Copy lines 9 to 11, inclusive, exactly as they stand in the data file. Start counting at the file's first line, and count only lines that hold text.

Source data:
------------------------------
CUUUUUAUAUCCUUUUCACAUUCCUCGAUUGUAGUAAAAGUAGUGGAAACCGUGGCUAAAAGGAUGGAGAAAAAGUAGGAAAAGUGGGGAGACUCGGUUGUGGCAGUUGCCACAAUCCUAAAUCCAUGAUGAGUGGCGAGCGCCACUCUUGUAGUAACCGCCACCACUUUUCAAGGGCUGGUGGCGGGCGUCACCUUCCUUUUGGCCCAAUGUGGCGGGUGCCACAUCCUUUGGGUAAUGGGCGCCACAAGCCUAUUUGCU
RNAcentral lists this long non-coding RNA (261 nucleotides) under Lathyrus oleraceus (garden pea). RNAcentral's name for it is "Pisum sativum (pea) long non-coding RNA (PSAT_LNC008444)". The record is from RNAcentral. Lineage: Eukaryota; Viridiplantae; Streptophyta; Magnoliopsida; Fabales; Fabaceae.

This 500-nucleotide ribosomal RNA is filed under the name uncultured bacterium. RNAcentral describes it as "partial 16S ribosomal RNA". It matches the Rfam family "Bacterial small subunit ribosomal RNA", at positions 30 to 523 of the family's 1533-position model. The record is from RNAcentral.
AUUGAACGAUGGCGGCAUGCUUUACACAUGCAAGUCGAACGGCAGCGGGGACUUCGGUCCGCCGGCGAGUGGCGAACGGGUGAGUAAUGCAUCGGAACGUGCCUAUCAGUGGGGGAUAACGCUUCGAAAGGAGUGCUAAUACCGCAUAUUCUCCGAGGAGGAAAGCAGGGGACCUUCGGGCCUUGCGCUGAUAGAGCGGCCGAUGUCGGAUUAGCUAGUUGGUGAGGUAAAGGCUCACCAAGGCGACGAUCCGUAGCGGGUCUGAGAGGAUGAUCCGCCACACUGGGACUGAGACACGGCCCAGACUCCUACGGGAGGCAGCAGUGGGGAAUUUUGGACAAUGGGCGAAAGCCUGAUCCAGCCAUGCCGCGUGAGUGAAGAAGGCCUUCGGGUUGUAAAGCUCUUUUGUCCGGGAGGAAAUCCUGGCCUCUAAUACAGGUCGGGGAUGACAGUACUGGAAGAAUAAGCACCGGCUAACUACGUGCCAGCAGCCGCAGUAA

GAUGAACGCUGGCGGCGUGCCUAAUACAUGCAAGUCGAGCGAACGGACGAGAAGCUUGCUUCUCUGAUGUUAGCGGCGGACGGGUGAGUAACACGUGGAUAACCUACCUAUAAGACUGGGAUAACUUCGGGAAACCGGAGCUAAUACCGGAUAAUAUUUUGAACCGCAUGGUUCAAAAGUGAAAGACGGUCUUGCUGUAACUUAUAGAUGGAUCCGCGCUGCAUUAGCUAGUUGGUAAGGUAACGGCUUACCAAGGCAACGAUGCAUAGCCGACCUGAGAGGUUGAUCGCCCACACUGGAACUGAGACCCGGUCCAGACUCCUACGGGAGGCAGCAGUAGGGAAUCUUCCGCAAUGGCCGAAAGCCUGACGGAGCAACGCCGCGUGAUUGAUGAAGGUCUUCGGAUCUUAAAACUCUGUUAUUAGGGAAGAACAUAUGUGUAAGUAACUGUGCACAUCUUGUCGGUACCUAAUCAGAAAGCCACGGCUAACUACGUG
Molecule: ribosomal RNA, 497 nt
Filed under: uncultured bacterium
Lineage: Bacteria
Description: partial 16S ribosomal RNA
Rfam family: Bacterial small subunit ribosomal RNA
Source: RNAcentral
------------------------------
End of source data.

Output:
Description: partial 16S ribosomal RNA
Rfam family: Bacterial small subunit ribosomal RNA
Source: RNAcentral